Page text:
I'm curious about homologation of the new car, specifically related to the fact there is a GT2 Corvette that Riley built that ran a portion of this season. There is also a Dutch Corvette that ran the LMS series last year as well. With a few different versions of Corvette running in GT2, how is that going to be consolidated or not, at least for next year?
Fehan: "As it exists right now, in the eyes of the FIA, there isn't a Corvette homologated. Ours will be the first and the only homologated car."
Any further development on seeing a (Corvette) GT1 engine available for use in prototypes?
Fehan: "As we have said all along, we continue to evaluate every road racing motorsports opportunity that exists. To date no decision has been made either way on that. The only thing we can confirm is that people have come to us inquiring as to whether or not we have an interest in that. That's something that we're still evaluating."
What were the main determining factors for you just running Sebring, Long Beach, and Le Mans? Why did you pick Long Beach out of the ALMS schedule?
Wesoloski: "That was largely a marketing decision, looking at a very important market for Corvette in the Southern California region. Also it's a big event for our primary sponsor, Compuware. Historically it's been a big event from that aspect. Obviously trying to space things out and give ourselves a little more time to prep for Le Mans factored into it, but the main reason was from the marketing aspect."
Is this car going to be in the lead class for the World GT Championship, and is that something that would be of interest to Corvette Racing?
Fehan: "The way the rules appear to be going to be finalized -- these are FIA rules we're talking about now, not necessarily ACO or ALMS rules -- the GT2 car as we'll call it for the time being will serve as the base car. To get to a GT1, which will be developed off of GT2, right now they're talking about a change in the bodywork, a larger wing, and some different power. That may be a slight oversimplification, but I think you get the gist of what I'm saying. GT1 is like a build-up from the GT2 car, so a guy who had a GT2 car could, in fact, buy a kit from the manufacturer and make it a GT1 car. I think that Stephane Ratel's objective is to have GT1 cars run for that world championship program. Manufacturers are certainly considering it, but the focus seems to be on GT2 right now, and that's where our focus is going to stay for the time being."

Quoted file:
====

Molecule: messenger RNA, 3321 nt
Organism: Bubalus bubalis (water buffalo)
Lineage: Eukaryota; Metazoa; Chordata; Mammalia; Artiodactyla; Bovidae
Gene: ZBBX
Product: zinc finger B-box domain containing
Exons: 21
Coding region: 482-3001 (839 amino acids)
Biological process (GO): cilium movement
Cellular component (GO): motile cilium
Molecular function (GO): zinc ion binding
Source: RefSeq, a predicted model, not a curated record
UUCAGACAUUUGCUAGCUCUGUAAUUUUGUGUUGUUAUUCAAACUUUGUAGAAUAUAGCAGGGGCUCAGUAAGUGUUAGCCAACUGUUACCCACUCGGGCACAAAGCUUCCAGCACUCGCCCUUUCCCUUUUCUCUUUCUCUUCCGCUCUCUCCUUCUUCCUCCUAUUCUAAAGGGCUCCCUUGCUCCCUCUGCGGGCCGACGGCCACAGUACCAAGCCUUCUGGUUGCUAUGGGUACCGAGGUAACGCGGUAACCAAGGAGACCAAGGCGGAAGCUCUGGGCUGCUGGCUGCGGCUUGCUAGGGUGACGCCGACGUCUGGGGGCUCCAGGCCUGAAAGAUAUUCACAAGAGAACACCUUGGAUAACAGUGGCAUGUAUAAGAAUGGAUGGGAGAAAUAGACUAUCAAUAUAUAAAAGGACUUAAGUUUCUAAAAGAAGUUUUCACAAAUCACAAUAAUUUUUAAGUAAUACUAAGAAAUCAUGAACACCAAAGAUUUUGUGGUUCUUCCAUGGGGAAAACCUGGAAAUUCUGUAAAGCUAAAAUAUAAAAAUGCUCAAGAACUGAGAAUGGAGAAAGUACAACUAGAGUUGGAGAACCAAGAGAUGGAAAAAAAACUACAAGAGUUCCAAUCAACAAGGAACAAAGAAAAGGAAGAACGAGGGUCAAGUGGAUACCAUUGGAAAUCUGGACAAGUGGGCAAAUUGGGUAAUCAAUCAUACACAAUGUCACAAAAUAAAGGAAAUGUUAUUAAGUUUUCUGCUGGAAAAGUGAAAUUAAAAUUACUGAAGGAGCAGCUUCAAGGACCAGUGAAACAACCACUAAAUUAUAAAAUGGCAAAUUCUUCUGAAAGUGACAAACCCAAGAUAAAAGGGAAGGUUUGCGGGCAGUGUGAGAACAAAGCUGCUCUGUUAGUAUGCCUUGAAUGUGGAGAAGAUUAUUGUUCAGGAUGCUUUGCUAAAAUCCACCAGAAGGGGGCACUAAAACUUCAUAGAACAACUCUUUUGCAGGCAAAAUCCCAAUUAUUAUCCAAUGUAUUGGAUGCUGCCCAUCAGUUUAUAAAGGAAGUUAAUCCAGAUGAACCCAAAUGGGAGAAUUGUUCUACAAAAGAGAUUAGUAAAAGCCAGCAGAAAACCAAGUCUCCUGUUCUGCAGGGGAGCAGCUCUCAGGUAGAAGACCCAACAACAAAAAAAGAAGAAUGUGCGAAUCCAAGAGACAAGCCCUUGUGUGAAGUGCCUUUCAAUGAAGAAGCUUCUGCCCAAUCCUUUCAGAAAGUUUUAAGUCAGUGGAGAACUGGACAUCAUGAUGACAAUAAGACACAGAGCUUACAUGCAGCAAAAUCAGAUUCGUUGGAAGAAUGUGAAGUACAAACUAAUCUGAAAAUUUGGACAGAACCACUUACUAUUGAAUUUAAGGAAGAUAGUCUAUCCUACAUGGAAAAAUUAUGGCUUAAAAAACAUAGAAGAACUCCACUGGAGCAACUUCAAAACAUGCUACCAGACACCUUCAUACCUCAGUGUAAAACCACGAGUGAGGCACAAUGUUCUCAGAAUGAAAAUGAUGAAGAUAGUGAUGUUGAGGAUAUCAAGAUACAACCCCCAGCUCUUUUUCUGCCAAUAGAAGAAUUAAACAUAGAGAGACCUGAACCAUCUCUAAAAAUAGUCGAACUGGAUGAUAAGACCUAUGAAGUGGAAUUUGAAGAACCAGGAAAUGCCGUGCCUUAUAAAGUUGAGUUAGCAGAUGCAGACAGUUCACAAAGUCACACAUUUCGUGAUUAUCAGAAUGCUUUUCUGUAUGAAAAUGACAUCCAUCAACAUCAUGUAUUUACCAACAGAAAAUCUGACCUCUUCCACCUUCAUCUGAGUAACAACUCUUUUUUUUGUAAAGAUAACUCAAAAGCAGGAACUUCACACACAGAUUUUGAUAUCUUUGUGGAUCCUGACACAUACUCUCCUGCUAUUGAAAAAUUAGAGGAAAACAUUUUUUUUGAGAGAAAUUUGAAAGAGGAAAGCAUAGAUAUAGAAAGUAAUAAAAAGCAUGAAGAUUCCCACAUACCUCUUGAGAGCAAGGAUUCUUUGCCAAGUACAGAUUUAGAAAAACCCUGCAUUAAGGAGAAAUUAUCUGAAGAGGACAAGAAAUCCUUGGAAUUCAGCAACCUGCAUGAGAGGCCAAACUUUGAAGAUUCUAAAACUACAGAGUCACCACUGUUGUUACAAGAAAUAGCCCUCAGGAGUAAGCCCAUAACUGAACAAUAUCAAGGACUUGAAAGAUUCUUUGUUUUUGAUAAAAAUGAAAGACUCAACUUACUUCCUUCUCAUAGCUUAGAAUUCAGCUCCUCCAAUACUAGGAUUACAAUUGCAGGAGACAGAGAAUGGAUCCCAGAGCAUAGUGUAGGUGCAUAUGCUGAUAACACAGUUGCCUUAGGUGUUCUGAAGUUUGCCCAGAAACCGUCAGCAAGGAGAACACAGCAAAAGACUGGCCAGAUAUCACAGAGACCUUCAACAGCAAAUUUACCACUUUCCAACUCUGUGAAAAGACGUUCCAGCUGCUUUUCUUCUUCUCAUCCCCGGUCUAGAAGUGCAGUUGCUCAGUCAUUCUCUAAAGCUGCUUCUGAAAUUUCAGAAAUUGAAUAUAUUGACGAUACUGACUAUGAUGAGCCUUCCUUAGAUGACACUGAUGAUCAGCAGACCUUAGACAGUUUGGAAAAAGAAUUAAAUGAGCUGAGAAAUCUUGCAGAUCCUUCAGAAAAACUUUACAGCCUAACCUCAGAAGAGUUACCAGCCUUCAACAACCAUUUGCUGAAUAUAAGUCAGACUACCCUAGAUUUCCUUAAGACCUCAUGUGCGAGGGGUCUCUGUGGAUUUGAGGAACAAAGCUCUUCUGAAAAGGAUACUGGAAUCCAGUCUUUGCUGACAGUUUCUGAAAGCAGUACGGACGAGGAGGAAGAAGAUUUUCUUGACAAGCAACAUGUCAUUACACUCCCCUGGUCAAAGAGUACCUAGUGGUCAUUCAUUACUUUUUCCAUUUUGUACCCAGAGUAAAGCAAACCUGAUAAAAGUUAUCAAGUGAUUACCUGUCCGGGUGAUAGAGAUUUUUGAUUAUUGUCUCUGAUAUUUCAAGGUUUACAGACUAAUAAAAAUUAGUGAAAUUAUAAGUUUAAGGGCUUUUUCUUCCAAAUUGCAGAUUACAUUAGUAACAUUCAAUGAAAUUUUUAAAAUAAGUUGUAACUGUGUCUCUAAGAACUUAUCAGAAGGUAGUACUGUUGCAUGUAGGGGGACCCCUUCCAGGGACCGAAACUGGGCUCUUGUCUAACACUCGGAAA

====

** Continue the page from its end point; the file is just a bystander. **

How similar are the 2010 GT rules to what we're seeing right now in the 2008 American Le Mans Series?
Wesoloski: "They are very close, but there are some slight modifications. The ACO is interested in slowing down all of the classes at Le Mans, so there will be some further limitations on things like ride height and aerodynamic devices on the cars. Largely they will be the same chassis, with some restrictions on engine displacement that will be eligible for each of the different GT classes. That's one of the ways to differentiate power, by specifying engine displacements that will be allowed to run in GT1 versus GT2."
Is the general consensus that eventually there will be but one GT class?
Fehan: "I don't know that that is necessarily anybody's given direction. Our speculation is that by default that will probably occur. Right now ourselves and the one Aston Martin are the only cars running (in ALMS GT1). In the natural order of things, it's not something that anyone is planning or forcing to have happen. I think it's just been an evolution. If there's nobody there, there won't be a GT1."
Corvette Racing's next event is Petit Le Mans, the 10th round of the 2008 American Le Mans Series, at Road Atlanta in Braselton, Ga., on Saturday, October 4. The 1,000-mile/10-hour race is scheduled to start at 11:15 a.m. EDT. SPEED will televise the race live starting at 11 a.m. EDT.
-credit: gm racing